Highmark sues UPMC to stop ad campaign
Highmark Inc. wants federal judges to stop what it says are misleading advertisements by UPMC Health Plan designed to scare employers and insurance consumers.
Highmark, the state's largest health insurer, says the advertisements suggest that its Blue Cross Blue Shield members will lose all access to UPMC after June 30, 2012, when contracts with UPMC doctors and most of UPMC's hospitals expire. Highmark members will continue to have access to all UPMC facilities for one year, until June 2013.
In a lawsuit filed on Wednesday in U.S. District Court in Pittsburgh, Highmark asks judges for a preliminary injunction to stop UPMC from running its advertisements, which the insurer said are misleading and violate contracts between the two giant nonprofits.
"The misinformation campaign is designed to panic employers and health care consumers into thinking that they have to sever all ties with Highmark immediately," the lawsuit says.
UPMC has notified Highmark it intends to end the doctors' contract effective June 2012. Separately, Highmark contracts expire with UPMC Hamot hospital in Erie in June 2013, with UPMC Mercy hospital in June 2015 and with Children's Hospital of Pittsburgh in June 2022.
Highmark contends in the suit that although its contract with UPMC's doctors can be terminated with 60 days' notice, UPMC has to provide members with access to physician services at agreed-upon rates through the one-year, run-out period at no additional cost.
"No employer or health care consumer need make any decisions regarding the potential impacts of those changes for at least another year," the lawsuit says.
UPMC interprets its obligations during the run-out differently, UPMC spokesman Paul Wood said. He added that the lawsuit makes it clear both nonprofits agree the contracts are expiring and will not be renewed.
"As for Highmark's interpretation of contractual provisions governing the run-out period, UPMC strongly disagrees and looks forward to presenting the court and the public with the actual contract language," Wood said.
UPMC's top lawyer sent a letter to Highmark last week, seeking to negotiate how the termination of the contracts will proceed, the Tribune-Review reported first on Sunday. Highmark has, so far, refused to talk about ending the contracts, Wood said.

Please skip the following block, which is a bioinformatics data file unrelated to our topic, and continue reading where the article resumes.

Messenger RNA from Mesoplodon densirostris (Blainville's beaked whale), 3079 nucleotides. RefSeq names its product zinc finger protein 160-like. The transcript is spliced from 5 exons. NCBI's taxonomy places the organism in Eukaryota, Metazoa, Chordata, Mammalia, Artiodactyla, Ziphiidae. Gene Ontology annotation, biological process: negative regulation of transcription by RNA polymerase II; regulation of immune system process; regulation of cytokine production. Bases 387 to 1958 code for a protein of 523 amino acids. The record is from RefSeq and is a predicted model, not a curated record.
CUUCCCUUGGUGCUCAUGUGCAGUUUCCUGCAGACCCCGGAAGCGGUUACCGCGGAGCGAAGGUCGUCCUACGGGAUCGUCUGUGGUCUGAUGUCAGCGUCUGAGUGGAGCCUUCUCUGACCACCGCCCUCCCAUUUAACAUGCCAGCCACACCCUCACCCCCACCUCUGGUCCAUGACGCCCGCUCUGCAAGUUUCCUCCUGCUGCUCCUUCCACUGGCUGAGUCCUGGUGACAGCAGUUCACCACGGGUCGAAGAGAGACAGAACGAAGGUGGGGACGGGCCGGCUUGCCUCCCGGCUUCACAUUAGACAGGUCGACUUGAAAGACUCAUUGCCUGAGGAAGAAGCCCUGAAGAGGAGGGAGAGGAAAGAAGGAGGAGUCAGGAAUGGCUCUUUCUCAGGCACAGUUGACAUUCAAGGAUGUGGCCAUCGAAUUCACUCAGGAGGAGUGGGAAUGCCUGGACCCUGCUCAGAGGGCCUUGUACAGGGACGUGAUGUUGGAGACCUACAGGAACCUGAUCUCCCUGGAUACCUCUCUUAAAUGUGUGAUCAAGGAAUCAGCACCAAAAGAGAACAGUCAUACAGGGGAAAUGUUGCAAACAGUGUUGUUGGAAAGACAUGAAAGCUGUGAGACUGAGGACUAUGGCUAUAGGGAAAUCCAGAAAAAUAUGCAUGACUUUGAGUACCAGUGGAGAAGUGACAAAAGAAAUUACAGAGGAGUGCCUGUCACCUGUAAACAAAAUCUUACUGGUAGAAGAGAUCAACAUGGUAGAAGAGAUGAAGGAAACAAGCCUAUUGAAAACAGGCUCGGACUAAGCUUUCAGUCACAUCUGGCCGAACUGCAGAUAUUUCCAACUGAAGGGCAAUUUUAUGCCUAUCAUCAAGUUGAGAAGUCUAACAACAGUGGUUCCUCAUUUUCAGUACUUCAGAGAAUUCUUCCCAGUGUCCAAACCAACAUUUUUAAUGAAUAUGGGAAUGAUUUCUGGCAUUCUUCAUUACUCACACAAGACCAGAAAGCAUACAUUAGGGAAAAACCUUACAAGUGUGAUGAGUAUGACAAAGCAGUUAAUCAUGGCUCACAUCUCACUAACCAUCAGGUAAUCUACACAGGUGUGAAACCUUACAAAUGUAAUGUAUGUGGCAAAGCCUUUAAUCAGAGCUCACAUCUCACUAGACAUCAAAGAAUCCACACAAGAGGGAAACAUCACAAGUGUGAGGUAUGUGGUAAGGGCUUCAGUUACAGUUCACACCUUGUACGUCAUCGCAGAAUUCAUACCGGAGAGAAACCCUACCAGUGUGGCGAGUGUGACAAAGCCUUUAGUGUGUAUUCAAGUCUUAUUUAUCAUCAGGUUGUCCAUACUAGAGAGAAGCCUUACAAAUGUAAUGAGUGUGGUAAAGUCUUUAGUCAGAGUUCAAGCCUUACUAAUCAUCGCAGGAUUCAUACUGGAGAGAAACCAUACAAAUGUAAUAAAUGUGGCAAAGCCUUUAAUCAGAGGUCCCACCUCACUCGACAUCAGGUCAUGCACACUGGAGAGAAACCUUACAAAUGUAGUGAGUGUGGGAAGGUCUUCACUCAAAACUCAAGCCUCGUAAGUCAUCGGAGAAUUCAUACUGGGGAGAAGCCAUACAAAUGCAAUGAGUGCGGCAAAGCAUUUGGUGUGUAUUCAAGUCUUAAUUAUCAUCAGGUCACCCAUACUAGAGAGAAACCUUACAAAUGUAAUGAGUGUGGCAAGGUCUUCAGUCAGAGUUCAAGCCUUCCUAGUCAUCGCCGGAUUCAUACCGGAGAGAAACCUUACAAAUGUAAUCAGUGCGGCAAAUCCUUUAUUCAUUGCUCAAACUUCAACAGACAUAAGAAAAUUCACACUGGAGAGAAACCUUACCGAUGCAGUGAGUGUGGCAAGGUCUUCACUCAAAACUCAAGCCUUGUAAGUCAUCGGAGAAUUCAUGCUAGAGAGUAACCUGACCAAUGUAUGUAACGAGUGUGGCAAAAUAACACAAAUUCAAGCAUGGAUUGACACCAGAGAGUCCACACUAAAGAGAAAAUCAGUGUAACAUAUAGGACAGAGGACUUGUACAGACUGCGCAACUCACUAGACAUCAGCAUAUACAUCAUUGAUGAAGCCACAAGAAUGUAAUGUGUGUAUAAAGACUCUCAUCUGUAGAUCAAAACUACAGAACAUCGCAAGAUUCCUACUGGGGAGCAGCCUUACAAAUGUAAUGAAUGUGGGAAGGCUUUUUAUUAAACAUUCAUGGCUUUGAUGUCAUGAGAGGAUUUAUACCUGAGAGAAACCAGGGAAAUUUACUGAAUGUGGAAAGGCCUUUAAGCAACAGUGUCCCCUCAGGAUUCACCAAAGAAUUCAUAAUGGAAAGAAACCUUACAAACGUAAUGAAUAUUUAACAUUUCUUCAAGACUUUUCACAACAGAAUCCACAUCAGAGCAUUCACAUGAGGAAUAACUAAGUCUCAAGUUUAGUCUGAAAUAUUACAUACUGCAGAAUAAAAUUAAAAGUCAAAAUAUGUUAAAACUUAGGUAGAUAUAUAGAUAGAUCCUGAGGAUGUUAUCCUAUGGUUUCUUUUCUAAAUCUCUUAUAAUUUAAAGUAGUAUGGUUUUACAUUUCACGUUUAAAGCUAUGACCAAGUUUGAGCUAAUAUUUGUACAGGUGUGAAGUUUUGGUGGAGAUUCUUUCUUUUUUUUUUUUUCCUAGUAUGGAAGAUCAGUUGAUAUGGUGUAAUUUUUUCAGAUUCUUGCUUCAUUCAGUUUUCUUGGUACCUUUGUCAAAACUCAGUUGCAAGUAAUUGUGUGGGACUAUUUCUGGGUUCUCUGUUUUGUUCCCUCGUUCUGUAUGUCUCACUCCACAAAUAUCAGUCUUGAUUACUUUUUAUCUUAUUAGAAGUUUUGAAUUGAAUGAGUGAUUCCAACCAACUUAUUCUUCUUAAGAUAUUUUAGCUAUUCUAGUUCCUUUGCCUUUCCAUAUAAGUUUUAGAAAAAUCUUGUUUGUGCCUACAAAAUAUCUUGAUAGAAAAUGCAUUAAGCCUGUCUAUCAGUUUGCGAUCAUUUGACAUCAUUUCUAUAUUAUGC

"Perhaps this lawsuit will bring them to that table," he said.
Highmark argues the ads violate a clause in each of its contracts with UPMC hospitals, barring them from steering patients to competing insurers. "Simply put, each of the hospitals agreed not to try to lure Highmark's customers away from it, directly or indirectly, much less by false and misleading means," the suit says.
UPMC has started a "malicious campaign" to retaliate against the insurer for its plans announced last month to spend $475 million to take over the West Penn Allegheny Health System, the lawsuit says. The region's second-largest hospital system will fail without its aid, Highmark says.
The campaign promoting UPMC's deals with four national insurers includes print advertisements that have appeared in the Tribune-Review and other publications, radio advertisements that ran more than 100 times during the first week of July, a website and direct solicitations, the lawsuit says. The plan started in April, the suit says, with emails to employers who have Highmark contracts.
Highmark "will have an uphill battle in winning the lawsuit" and proving that the ads are false rather than just slanted, said Andy Thurman, a health care attorney who once worked as counsel for Allegheny Health Education and Research Foundation, the former parent of Allegheny General Hospital.
If the nonprofits do not extend the contracts, there will be limits for Highmark subscribers seeking access to UPMC, he said. By filing the suit, however, the insurer must believe it can win.
"Highmark has good lawyers," he said. "The fact that they filed the lawsuit at all means that they think the ads are truly misleading."
Staff Writer Luis Fábregas contributed to this report.
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